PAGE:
1. Asian Renaissance
Kimonos and other Asian imports.
Address: 662 Grant Ave., San Francisco, CA.
2. Asian Image
Huge shop with everything Asian culture — books, crafts, Thai silk shirts, hand-painted jackets.
Address: 800 Grant Ave., San Francisco, CA.
3. Bonsai Villa
Small shop with bonsai plants and books.
Address: 825 Clay St., San Francisco.
4. Canton Bazaar
Three floors of Asian chotchkies and home furnishings.
Address: 16 Grant Ave., San Francisco, CA.
5. China Station
Fun place to pick up cheap souvenirs.
Address: 456-460 Grant Ave., San Francisco, CA.
6. Chinatown Kite Shop
Traditional Chinese handmade silk butterfly kites and more.
Address: 717 Grant Ave., San Francisco, CA.
7. Dragon House
Asian antiques and fine arts, ivory carvings, ceramics, and jewelry dates back 2,000 years and beyond.
Address: 455 Grant Ave., San Francisco, CA.
8. Great China Herb Co.
Chinese herbs and a doctor in residence.
Address: 857 Washington St., San Francisco, CA.
9. Han Palace Antiques & Art Center
Quality Chinese antiques from the Neolithic Period to the Qing Dynasty.
Address: 1201 Powell St., San Francisco, CA.
10. Superior Trading Company
Large source of herbs and ginseng imported from China, Korea and Hong Kong.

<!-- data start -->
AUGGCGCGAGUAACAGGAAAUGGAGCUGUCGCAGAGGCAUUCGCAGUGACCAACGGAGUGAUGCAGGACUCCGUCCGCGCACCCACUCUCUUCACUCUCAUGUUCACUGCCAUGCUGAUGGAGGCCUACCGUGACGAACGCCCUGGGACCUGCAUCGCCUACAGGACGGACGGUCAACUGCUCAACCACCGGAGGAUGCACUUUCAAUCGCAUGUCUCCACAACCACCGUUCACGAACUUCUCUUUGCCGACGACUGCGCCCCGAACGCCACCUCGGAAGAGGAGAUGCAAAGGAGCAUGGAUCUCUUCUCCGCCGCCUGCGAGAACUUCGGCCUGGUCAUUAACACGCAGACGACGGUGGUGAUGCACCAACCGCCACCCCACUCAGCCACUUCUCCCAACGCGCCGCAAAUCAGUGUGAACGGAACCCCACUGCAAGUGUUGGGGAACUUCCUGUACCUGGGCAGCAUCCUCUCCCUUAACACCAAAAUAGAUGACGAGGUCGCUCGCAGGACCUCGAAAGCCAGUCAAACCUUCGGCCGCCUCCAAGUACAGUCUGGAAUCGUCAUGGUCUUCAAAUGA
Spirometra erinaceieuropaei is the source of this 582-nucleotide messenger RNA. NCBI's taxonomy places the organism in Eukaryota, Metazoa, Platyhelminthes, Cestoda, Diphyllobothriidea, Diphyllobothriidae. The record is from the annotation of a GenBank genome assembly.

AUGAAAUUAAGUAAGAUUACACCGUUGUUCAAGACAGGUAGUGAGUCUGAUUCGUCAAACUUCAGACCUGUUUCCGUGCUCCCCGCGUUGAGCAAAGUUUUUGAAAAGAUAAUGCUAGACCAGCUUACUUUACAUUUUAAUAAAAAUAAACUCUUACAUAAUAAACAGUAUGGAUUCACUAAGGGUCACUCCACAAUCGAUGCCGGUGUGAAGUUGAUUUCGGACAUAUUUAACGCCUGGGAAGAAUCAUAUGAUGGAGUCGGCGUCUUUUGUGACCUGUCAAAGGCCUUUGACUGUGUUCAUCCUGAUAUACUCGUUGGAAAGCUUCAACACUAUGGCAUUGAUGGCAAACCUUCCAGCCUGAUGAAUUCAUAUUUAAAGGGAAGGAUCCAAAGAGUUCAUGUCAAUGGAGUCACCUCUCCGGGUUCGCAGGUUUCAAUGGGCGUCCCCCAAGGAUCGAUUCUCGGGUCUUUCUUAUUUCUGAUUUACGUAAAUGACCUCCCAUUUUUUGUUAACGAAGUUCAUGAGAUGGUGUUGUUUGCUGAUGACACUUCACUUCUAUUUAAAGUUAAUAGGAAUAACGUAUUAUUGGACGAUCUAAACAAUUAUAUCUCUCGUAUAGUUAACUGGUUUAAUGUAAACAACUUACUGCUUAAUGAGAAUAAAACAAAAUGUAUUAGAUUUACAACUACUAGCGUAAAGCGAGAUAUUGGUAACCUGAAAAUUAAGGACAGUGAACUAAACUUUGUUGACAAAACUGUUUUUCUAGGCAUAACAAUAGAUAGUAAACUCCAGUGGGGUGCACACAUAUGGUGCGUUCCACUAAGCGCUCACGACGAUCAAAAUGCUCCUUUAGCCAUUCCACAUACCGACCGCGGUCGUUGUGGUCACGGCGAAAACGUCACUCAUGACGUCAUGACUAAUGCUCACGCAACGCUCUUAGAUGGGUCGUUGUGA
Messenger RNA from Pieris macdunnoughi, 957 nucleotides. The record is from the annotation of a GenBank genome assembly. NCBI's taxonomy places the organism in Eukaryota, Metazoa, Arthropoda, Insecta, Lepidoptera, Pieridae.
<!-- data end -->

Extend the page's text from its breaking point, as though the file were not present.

Address: 835-837 Washington St., San Francisco, CA.
9 Places to Eat on the Cheap in Chinatown
If you’re going to Chinatown, you have to stop for a meal, it’s an absolute requirement. Here are a few affordable eateries recommended by locals.
These are not the typical tourist places, so if you don’t speak Chinese, just point to what you want. All casual, and some a just for take out.
1. Golden Gate Bakery
Address: 1029 Grant/Pacific, San Francisco, CA
2. Golden Flower Vietnamese Restaurant
667 Jackson/Kearny, San Francisco, CA
3. Good Mong Kok Bakery
Address: 1039 Stockton St/Jackson, San Francisco, CA
4. Hong Kong Clay Pot Restaurant
Address: 960 Grant Ave/Jackson (upstairs), San Francisco, CA
5. House of Nanking
Address: 919 Kearny St/Jackson St, San Francisco, CA
6. Chef Jia’s
Address: 925 Kearny St, San Francisco, CA
(next to House of Nanking but less crowded)
7. New Hollywood Bakery & Restaurant
Address: 652 Pacific Ave/Columbus, San Francisco, CA
8. New Moon Restaurant
Address: 1247 Stockton/Pacific Ave, San Francisco, CA
9. Golden Star Vietnamese Restaurant
Address: 11 Walter U Lum Place/Clay, San Francisco, CA
Know Before You Go
Where to Park
Parking is rarely easy in San Francisco, and SF Chinatown is no exception. After taking a quick look around for street parking, we usually head for the big city garage under Portsmouth Square (you’ll find the main entrance on Kearny Street just north of Clay Street).
Depending on where you’re headed, you can also try the big parking lot under St Mary’s Park (on California Street, about a half block west of Grant Ave). Plan ahead for a lot of one-way streets.
Take BART to Downtown San Francisco (exit Powell Street Station), then go above ground and transfer to 30 Stockton, 45 Union-Stockton.
You can also take a cable car to Chinatown.
From Fisherman’s Wharf you can take either the Powell-Hyde line (PH) near Ghiradelli Square, or the Powell-Mason line (PM) at Bay and Taylor Street. Get off at Washington & Mason (near Cable Car Museum) or Powell & California, a few short blocks from Chinatown.